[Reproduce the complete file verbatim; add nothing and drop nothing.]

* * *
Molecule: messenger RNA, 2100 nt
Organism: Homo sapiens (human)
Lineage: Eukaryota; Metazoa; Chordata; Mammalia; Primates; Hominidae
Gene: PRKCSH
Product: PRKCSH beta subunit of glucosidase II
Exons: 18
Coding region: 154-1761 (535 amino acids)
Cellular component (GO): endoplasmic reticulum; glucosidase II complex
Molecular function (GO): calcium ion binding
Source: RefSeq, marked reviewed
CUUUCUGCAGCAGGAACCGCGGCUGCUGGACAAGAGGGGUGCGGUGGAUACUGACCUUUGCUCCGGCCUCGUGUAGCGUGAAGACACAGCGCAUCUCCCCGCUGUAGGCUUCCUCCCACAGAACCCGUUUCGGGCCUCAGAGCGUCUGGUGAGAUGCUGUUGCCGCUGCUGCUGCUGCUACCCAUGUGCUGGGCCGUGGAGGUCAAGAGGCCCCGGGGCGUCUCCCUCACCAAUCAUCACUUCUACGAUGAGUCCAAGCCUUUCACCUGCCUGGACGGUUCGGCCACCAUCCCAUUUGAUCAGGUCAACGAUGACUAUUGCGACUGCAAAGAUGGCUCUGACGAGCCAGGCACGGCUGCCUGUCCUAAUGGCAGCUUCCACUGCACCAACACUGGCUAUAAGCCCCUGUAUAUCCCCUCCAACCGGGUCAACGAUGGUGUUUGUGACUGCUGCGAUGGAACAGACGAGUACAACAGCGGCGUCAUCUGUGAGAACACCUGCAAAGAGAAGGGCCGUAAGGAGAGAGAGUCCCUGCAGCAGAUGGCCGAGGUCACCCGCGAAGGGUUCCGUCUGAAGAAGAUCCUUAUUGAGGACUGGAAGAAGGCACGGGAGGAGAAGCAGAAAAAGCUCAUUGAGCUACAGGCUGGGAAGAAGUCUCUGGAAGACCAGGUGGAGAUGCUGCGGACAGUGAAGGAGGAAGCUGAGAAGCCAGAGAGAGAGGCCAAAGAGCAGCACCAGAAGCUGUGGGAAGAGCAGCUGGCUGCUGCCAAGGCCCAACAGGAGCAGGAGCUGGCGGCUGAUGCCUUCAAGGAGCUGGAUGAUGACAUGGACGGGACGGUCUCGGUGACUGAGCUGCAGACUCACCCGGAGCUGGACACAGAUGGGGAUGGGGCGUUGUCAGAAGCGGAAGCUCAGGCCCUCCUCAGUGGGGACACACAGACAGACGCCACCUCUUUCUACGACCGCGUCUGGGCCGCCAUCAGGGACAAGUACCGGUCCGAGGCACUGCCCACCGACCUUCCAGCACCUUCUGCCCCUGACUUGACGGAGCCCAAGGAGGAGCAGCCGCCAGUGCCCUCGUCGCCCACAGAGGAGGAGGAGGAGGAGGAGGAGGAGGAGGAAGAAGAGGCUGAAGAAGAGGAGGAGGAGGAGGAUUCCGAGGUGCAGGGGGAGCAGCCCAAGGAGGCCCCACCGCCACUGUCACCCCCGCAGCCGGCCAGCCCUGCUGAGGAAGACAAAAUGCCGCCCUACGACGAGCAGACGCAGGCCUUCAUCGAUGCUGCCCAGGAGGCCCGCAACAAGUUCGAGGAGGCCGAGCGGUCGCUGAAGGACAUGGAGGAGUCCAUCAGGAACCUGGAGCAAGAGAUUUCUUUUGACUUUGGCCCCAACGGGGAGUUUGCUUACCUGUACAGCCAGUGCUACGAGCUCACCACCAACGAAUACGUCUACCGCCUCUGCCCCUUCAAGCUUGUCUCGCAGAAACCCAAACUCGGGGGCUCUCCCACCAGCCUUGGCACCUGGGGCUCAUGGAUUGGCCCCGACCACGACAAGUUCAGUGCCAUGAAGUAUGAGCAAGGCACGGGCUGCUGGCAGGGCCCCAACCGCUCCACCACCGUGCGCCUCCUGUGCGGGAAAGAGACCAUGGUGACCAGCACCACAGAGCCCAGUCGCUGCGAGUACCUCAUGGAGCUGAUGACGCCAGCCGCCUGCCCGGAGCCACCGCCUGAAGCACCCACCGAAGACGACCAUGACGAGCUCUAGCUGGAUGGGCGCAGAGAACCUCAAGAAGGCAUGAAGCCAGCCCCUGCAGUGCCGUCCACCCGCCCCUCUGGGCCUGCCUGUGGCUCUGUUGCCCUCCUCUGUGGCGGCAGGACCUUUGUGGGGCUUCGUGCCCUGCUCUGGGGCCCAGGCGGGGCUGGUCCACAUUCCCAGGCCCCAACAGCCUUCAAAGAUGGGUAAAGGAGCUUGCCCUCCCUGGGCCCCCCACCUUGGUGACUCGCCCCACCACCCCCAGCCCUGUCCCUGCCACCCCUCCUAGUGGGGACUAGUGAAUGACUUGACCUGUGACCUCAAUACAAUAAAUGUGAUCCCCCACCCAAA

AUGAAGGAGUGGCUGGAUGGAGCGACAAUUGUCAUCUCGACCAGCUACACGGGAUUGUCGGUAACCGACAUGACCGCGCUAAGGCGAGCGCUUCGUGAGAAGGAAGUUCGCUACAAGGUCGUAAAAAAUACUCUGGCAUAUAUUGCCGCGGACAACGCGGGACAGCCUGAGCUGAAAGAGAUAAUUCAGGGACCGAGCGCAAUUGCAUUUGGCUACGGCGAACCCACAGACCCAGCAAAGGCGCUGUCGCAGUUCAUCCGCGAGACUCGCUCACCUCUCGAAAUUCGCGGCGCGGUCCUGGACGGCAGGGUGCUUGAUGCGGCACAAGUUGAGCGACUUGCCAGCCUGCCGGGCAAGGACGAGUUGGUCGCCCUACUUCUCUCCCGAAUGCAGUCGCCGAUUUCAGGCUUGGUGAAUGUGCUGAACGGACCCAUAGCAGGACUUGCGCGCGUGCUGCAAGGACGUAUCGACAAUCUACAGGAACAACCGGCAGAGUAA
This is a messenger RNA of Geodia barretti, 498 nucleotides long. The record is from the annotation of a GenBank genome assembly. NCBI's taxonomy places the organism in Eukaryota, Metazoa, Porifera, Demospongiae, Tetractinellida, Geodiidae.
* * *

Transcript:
Molecule: messenger RNA, 2100 nt
Organism: Homo sapiens (human)
Lineage: Eukaryota; Metazoa; Chordata; Mammalia; Primates; Hominidae
Gene: PRKCSH
Product: PRKCSH beta subunit of glucosidase II
Exons: 18
Coding region: 154-1761 (535 amino acids)
Cellular component (GO): endoplasmic reticulum; glucosidase II complex
Molecular function (GO): calcium ion binding
Source: RefSeq, marked reviewed
CUUUCUGCAGCAGGAACCGCGGCUGCUGGACAAGAGGGGUGCGGUGGAUACUGACCUUUGCUCCGGCCUCGUGUAGCGUGAAGACACAGCGCAUCUCCCCGCUGUAGGCUUCCUCCCACAGAACCCGUUUCGGGCCUCAGAGCGUCUGGUGAGAUGCUGUUGCCGCUGCUGCUGCUGCUACCCAUGUGCUGGGCCGUGGAGGUCAAGAGGCCCCGGGGCGUCUCCCUCACCAAUCAUCACUUCUACGAUGAGUCCAAGCCUUUCACCUGCCUGGACGGUUCGGCCACCAUCCCAUUUGAUCAGGUCAACGAUGACUAUUGCGACUGCAAAGAUGGCUCUGACGAGCCAGGCACGGCUGCCUGUCCUAAUGGCAGCUUCCACUGCACCAACACUGGCUAUAAGCCCCUGUAUAUCCCCUCCAACCGGGUCAACGAUGGUGUUUGUGACUGCUGCGAUGGAACAGACGAGUACAACAGCGGCGUCAUCUGUGAGAACACCUGCAAAGAGAAGGGCCGUAAGGAGAGAGAGUCCCUGCAGCAGAUGGCCGAGGUCACCCGCGAAGGGUUCCGUCUGAAGAAGAUCCUUAUUGAGGACUGGAAGAAGGCACGGGAGGAGAAGCAGAAAAAGCUCAUUGAGCUACAGGCUGGGAAGAAGUCUCUGGAAGACCAGGUGGAGAUGCUGCGGACAGUGAAGGAGGAAGCUGAGAAGCCAGAGAGAGAGGCCAAAGAGCAGCACCAGAAGCUGUGGGAAGAGCAGCUGGCUGCUGCCAAGGCCCAACAGGAGCAGGAGCUGGCGGCUGAUGCCUUCAAGGAGCUGGAUGAUGACAUGGACGGGACGGUCUCGGUGACUGAGCUGCAGACUCACCCGGAGCUGGACACAGAUGGGGAUGGGGCGUUGUCAGAAGCGGAAGCUCAGGCCCUCCUCAGUGGGGACACACAGACAGACGCCACCUCUUUCUACGACCGCGUCUGGGCCGCCAUCAGGGACAAGUACCGGUCCGAGGCACUGCCCACCGACCUUCCAGCACCUUCUGCCCCUGACUUGACGGAGCCCAAGGAGGAGCAGCCGCCAGUGCCCUCGUCGCCCACAGAGGAGGAGGAGGAGGAGGAGGAGGAGGAGGAAGAAGAGGCUGAAGAAGAGGAGGAGGAGGAGGAUUCCGAGGUGCAGGGGGAGCAGCCCAAGGAGGCCCCACCGCCACUGUCACCCCCGCAGCCGGCCAGCCCUGCUGAGGAAGACAAAAUGCCGCCCUACGACGAGCAGACGCAGGCCUUCAUCGAUGCUGCCCAGGAGGCCCGCAACAAGUUCGAGGAGGCCGAGCGGUCGCUGAAGGACAUGGAGGAGUCCAUCAGGAACCUGGAGCAAGAGAUUUCUUUUGACUUUGGCCCCAACGGGGAGUUUGCUUACCUGUACAGCCAGUGCUACGAGCUCACCACCAACGAAUACGUCUACCGCCUCUGCCCCUUCAAGCUUGUCUCGCAGAAACCCAAACUCGGGGGCUCUCCCACCAGCCUUGGCACCUGGGGCUCAUGGAUUGGCCCCGACCACGACAAGUUCAGUGCCAUGAAGUAUGAGCAAGGCACGGGCUGCUGGCAGGGCCCCAACCGCUCCACCACCGUGCGCCUCCUGUGCGGGAAAGAGACCAUGGUGACCAGCACCACAGAGCCCAGUCGCUGCGAGUACCUCAUGGAGCUGAUGACGCCAGCCGCCUGCCCGGAGCCACCGCCUGAAGCACCCACCGAAGACGACCAUGACGAGCUCUAGCUGGAUGGGCGCAGAGAACCUCAAGAAGGCAUGAAGCCAGCCCCUGCAGUGCCGUCCACCCGCCCCUCUGGGCCUGCCUGUGGCUCUGUUGCCCUCCUCUGUGGCGGCAGGACCUUUGUGGGGCUUCGUGCCCUGCUCUGGGGCCCAGGCGGGGCUGGUCCACAUUCCCAGGCCCCAACAGCCUUCAAAGAUGGGUAAAGGAGCUUGCCCUCCCUGGGCCCCCCACCUUGGUGACUCGCCCCACCACCCCCAGCCCUGUCCCUGCCACCCCUCCUAGUGGGGACUAGUGAAUGACUUGACCUGUGACCUCAAUACAAUAAAUGUGAUCCCCCACCCAAA

AUGAAGGAGUGGCUGGAUGGAGCGACAAUUGUCAUCUCGACCAGCUACACGGGAUUGUCGGUAACCGACAUGACCGCGCUAAGGCGAGCGCUUCGUGAGAAGGAAGUUCGCUACAAGGUCGUAAAAAAUACUCUGGCAUAUAUUGCCGCGGACAACGCGGGACAGCCUGAGCUGAAAGAGAUAAUUCAGGGACCGAGCGCAAUUGCAUUUGGCUACGGCGAACCCACAGACCCAGCAAAGGCGCUGUCGCAGUUCAUCCGCGAGACUCGCUCACCUCUCGAAAUUCGCGGCGCGGUCCUGGACGGCAGGGUGCUUGAUGCGGCACAAGUUGAGCGACUUGCCAGCCUGCCGGGCAAGGACGAGUUGGUCGCCCUACUUCUCUCCCGAAUGCAGUCGCCGAUUUCAGGCUUGGUGAAUGUGCUGAACGGACCCAUAGCAGGACUUGCGCGCGUGCUGCAAGGACGUAUCGACAAUCUACAGGAACAACCGGCAGAGUAA
This is a messenger RNA of Geodia barretti, 498 nucleotides long. The record is from the annotation of a GenBank genome assembly. NCBI's taxonomy places the organism in Eukaryota, Metazoa, Porifera, Demospongiae, Tetractinellida, Geodiidae.